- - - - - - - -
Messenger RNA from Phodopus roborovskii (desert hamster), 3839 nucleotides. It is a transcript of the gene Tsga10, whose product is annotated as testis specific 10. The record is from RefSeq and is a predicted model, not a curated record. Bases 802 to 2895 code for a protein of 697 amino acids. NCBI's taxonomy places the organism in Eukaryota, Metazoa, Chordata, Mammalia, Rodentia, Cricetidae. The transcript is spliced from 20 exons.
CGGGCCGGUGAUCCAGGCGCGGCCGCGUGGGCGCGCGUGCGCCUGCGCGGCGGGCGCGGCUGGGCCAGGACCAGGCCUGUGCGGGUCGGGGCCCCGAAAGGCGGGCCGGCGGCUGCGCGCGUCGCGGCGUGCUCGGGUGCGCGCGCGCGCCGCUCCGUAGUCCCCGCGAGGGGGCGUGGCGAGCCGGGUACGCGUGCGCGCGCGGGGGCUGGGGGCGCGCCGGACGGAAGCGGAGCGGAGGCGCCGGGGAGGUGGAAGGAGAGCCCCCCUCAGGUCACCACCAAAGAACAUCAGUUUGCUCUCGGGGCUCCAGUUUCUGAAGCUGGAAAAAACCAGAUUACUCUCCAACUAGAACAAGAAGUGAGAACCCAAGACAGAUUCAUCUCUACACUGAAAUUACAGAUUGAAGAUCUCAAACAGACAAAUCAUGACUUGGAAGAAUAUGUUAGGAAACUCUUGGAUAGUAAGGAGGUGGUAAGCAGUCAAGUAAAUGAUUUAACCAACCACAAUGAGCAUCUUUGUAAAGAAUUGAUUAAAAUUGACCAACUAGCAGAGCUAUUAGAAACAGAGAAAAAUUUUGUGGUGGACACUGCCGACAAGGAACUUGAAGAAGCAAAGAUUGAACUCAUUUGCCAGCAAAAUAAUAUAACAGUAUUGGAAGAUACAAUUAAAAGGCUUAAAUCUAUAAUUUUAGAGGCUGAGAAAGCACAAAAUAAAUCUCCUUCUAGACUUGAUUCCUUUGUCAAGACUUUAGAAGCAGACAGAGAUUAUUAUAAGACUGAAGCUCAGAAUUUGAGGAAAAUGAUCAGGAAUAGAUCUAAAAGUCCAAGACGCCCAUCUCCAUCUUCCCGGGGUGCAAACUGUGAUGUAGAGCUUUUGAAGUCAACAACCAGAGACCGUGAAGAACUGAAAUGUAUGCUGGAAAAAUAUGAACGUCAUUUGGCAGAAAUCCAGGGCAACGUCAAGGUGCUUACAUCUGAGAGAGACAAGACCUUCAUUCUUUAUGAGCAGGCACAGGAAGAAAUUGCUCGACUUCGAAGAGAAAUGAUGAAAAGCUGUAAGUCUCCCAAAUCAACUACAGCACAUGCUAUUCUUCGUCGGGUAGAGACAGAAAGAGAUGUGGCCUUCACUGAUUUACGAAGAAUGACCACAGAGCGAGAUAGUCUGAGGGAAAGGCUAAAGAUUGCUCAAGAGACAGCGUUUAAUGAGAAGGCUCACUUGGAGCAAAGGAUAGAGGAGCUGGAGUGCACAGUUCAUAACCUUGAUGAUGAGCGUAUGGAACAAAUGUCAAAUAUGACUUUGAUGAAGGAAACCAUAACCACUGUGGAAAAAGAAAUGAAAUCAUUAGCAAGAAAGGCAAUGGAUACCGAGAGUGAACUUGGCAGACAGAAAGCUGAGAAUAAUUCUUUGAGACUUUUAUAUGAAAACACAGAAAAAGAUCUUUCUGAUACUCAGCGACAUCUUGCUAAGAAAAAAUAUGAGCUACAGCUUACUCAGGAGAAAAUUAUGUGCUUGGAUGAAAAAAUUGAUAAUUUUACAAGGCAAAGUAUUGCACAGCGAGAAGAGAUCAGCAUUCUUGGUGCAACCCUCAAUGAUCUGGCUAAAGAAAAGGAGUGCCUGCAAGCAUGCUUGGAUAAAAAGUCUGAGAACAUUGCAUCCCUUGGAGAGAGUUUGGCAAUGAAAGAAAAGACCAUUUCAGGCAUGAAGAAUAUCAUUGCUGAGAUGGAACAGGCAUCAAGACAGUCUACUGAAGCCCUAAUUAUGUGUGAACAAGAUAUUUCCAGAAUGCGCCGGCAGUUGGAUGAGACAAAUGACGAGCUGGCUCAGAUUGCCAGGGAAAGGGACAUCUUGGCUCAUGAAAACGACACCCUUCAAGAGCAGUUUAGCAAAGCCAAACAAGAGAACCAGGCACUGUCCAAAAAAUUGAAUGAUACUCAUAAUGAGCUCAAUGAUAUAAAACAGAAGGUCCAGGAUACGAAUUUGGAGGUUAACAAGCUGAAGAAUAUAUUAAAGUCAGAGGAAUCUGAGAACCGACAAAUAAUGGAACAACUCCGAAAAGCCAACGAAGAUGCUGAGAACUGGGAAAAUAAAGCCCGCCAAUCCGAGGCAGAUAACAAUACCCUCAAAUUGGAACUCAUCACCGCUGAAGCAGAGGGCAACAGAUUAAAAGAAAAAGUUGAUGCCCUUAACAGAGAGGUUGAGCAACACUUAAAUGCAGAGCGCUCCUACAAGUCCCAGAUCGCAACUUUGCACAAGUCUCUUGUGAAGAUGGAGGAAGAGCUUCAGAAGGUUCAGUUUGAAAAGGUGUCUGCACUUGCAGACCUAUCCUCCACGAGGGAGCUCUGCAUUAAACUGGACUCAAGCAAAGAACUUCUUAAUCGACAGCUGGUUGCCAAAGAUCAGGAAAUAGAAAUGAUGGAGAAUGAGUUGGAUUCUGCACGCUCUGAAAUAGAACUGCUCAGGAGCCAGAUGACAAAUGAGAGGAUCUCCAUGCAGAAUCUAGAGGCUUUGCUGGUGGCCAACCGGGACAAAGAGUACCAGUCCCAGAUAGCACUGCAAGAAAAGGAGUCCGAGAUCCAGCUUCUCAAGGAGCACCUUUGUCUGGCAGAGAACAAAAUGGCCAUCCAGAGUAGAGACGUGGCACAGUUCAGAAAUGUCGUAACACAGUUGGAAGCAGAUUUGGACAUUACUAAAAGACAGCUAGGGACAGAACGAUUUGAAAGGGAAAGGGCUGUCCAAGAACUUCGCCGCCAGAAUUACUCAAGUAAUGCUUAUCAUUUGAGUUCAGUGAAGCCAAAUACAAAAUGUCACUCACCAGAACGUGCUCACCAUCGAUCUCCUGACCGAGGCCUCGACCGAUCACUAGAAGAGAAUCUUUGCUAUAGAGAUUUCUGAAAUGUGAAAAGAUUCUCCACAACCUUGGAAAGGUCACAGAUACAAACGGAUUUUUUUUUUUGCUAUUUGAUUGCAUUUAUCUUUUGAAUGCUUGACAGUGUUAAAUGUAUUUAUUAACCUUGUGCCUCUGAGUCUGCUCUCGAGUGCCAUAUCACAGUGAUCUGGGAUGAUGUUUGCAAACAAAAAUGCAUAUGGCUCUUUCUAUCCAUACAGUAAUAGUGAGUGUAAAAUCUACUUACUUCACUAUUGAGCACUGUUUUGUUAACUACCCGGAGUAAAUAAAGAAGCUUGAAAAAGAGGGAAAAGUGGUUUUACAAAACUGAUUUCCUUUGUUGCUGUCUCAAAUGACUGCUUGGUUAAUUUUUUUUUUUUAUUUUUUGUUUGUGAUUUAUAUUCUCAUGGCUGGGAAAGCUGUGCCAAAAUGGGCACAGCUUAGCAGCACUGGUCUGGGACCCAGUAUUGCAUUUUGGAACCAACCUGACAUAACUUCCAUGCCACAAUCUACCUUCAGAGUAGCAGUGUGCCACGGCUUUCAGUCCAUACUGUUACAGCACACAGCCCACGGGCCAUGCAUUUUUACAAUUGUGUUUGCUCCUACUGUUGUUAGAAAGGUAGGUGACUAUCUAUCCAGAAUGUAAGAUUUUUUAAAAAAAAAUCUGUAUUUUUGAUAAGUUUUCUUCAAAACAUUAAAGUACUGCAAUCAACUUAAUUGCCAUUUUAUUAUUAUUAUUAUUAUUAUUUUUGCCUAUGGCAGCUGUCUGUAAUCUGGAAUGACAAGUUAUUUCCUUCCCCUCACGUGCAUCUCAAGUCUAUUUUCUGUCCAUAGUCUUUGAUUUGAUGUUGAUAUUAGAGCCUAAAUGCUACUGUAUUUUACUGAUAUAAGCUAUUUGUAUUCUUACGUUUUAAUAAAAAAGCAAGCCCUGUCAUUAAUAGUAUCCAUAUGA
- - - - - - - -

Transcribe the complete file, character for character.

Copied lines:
Messenger RNA from Phodopus roborovskii (desert hamster), 3839 nucleotides. It is a transcript of the gene Tsga10, whose product is annotated as testis specific 10. The record is from RefSeq and is a predicted model, not a curated record. Bases 802 to 2895 code for a protein of 697 amino acids. NCBI's taxonomy places the organism in Eukaryota, Metazoa, Chordata, Mammalia, Rodentia, Cricetidae. The transcript is spliced from 20 exons.
CGGGCCGGUGAUCCAGGCGCGGCCGCGUGGGCGCGCGUGCGCCUGCGCGGCGGGCGCGGCUGGGCCAGGACCAGGCCUGUGCGGGUCGGGGCCCCGAAAGGCGGGCCGGCGGCUGCGCGCGUCGCGGCGUGCUCGGGUGCGCGCGCGCGCCGCUCCGUAGUCCCCGCGAGGGGGCGUGGCGAGCCGGGUACGCGUGCGCGCGCGGGGGCUGGGGGCGCGCCGGACGGAAGCGGAGCGGAGGCGCCGGGGAGGUGGAAGGAGAGCCCCCCUCAGGUCACCACCAAAGAACAUCAGUUUGCUCUCGGGGCUCCAGUUUCUGAAGCUGGAAAAAACCAGAUUACUCUCCAACUAGAACAAGAAGUGAGAACCCAAGACAGAUUCAUCUCUACACUGAAAUUACAGAUUGAAGAUCUCAAACAGACAAAUCAUGACUUGGAAGAAUAUGUUAGGAAACUCUUGGAUAGUAAGGAGGUGGUAAGCAGUCAAGUAAAUGAUUUAACCAACCACAAUGAGCAUCUUUGUAAAGAAUUGAUUAAAAUUGACCAACUAGCAGAGCUAUUAGAAACAGAGAAAAAUUUUGUGGUGGACACUGCCGACAAGGAACUUGAAGAAGCAAAGAUUGAACUCAUUUGCCAGCAAAAUAAUAUAACAGUAUUGGAAGAUACAAUUAAAAGGCUUAAAUCUAUAAUUUUAGAGGCUGAGAAAGCACAAAAUAAAUCUCCUUCUAGACUUGAUUCCUUUGUCAAGACUUUAGAAGCAGACAGAGAUUAUUAUAAGACUGAAGCUCAGAAUUUGAGGAAAAUGAUCAGGAAUAGAUCUAAAAGUCCAAGACGCCCAUCUCCAUCUUCCCGGGGUGCAAACUGUGAUGUAGAGCUUUUGAAGUCAACAACCAGAGACCGUGAAGAACUGAAAUGUAUGCUGGAAAAAUAUGAACGUCAUUUGGCAGAAAUCCAGGGCAACGUCAAGGUGCUUACAUCUGAGAGAGACAAGACCUUCAUUCUUUAUGAGCAGGCACAGGAAGAAAUUGCUCGACUUCGAAGAGAAAUGAUGAAAAGCUGUAAGUCUCCCAAAUCAACUACAGCACAUGCUAUUCUUCGUCGGGUAGAGACAGAAAGAGAUGUGGCCUUCACUGAUUUACGAAGAAUGACCACAGAGCGAGAUAGUCUGAGGGAAAGGCUAAAGAUUGCUCAAGAGACAGCGUUUAAUGAGAAGGCUCACUUGGAGCAAAGGAUAGAGGAGCUGGAGUGCACAGUUCAUAACCUUGAUGAUGAGCGUAUGGAACAAAUGUCAAAUAUGACUUUGAUGAAGGAAACCAUAACCACUGUGGAAAAAGAAAUGAAAUCAUUAGCAAGAAAGGCAAUGGAUACCGAGAGUGAACUUGGCAGACAGAAAGCUGAGAAUAAUUCUUUGAGACUUUUAUAUGAAAACACAGAAAAAGAUCUUUCUGAUACUCAGCGACAUCUUGCUAAGAAAAAAUAUGAGCUACAGCUUACUCAGGAGAAAAUUAUGUGCUUGGAUGAAAAAAUUGAUAAUUUUACAAGGCAAAGUAUUGCACAGCGAGAAGAGAUCAGCAUUCUUGGUGCAACCCUCAAUGAUCUGGCUAAAGAAAAGGAGUGCCUGCAAGCAUGCUUGGAUAAAAAGUCUGAGAACAUUGCAUCCCUUGGAGAGAGUUUGGCAAUGAAAGAAAAGACCAUUUCAGGCAUGAAGAAUAUCAUUGCUGAGAUGGAACAGGCAUCAAGACAGUCUACUGAAGCCCUAAUUAUGUGUGAACAAGAUAUUUCCAGAAUGCGCCGGCAGUUGGAUGAGACAAAUGACGAGCUGGCUCAGAUUGCCAGGGAAAGGGACAUCUUGGCUCAUGAAAACGACACCCUUCAAGAGCAGUUUAGCAAAGCCAAACAAGAGAACCAGGCACUGUCCAAAAAAUUGAAUGAUACUCAUAAUGAGCUCAAUGAUAUAAAACAGAAGGUCCAGGAUACGAAUUUGGAGGUUAACAAGCUGAAGAAUAUAUUAAAGUCAGAGGAAUCUGAGAACCGACAAAUAAUGGAACAACUCCGAAAAGCCAACGAAGAUGCUGAGAACUGGGAAAAUAAAGCCCGCCAAUCCGAGGCAGAUAACAAUACCCUCAAAUUGGAACUCAUCACCGCUGAAGCAGAGGGCAACAGAUUAAAAGAAAAAGUUGAUGCCCUUAACAGAGAGGUUGAGCAACACUUAAAUGCAGAGCGCUCCUACAAGUCCCAGAUCGCAACUUUGCACAAGUCUCUUGUGAAGAUGGAGGAAGAGCUUCAGAAGGUUCAGUUUGAAAAGGUGUCUGCACUUGCAGACCUAUCCUCCACGAGGGAGCUCUGCAUUAAACUGGACUCAAGCAAAGAACUUCUUAAUCGACAGCUGGUUGCCAAAGAUCAGGAAAUAGAAAUGAUGGAGAAUGAGUUGGAUUCUGCACGCUCUGAAAUAGAACUGCUCAGGAGCCAGAUGACAAAUGAGAGGAUCUCCAUGCAGAAUCUAGAGGCUUUGCUGGUGGCCAACCGGGACAAAGAGUACCAGUCCCAGAUAGCACUGCAAGAAAAGGAGUCCGAGAUCCAGCUUCUCAAGGAGCACCUUUGUCUGGCAGAGAACAAAAUGGCCAUCCAGAGUAGAGACGUGGCACAGUUCAGAAAUGUCGUAACACAGUUGGAAGCAGAUUUGGACAUUACUAAAAGACAGCUAGGGACAGAACGAUUUGAAAGGGAAAGGGCUGUCCAAGAACUUCGCCGCCAGAAUUACUCAAGUAAUGCUUAUCAUUUGAGUUCAGUGAAGCCAAAUACAAAAUGUCACUCACCAGAACGUGCUCACCAUCGAUCUCCUGACCGAGGCCUCGACCGAUCACUAGAAGAGAAUCUUUGCUAUAGAGAUUUCUGAAAUGUGAAAAGAUUCUCCACAACCUUGGAAAGGUCACAGAUACAAACGGAUUUUUUUUUUUGCUAUUUGAUUGCAUUUAUCUUUUGAAUGCUUGACAGUGUUAAAUGUAUUUAUUAACCUUGUGCCUCUGAGUCUGCUCUCGAGUGCCAUAUCACAGUGAUCUGGGAUGAUGUUUGCAAACAAAAAUGCAUAUGGCUCUUUCUAUCCAUACAGUAAUAGUGAGUGUAAAAUCUACUUACUUCACUAUUGAGCACUGUUUUGUUAACUACCCGGAGUAAAUAAAGAAGCUUGAAAAAGAGGGAAAAGUGGUUUUACAAAACUGAUUUCCUUUGUUGCUGUCUCAAAUGACUGCUUGGUUAAUUUUUUUUUUUUAUUUUUUGUUUGUGAUUUAUAUUCUCAUGGCUGGGAAAGCUGUGCCAAAAUGGGCACAGCUUAGCAGCACUGGUCUGGGACCCAGUAUUGCAUUUUGGAACCAACCUGACAUAACUUCCAUGCCACAAUCUACCUUCAGAGUAGCAGUGUGCCACGGCUUUCAGUCCAUACUGUUACAGCACACAGCCCACGGGCCAUGCAUUUUUACAAUUGUGUUUGCUCCUACUGUUGUUAGAAAGGUAGGUGACUAUCUAUCCAGAAUGUAAGAUUUUUUAAAAAAAAAUCUGUAUUUUUGAUAAGUUUUCUUCAAAACAUUAAAGUACUGCAAUCAACUUAAUUGCCAUUUUAUUAUUAUUAUUAUUAUUAUUUUUGCCUAUGGCAGCUGUCUGUAAUCUGGAAUGACAAGUUAUUUCCUUCCCCUCACGUGCAUCUCAAGUCUAUUUUCUGUCCAUAGUCUUUGAUUUGAUGUUGAUAUUAGAGCCUAAAUGCUACUGUAUUUUACUGAUAUAAGCUAUUUGUAUUCUUACGUUUUAAUAAAAAAGCAAGCCCUGUCAUUAAUAGUAUCCAUAUGA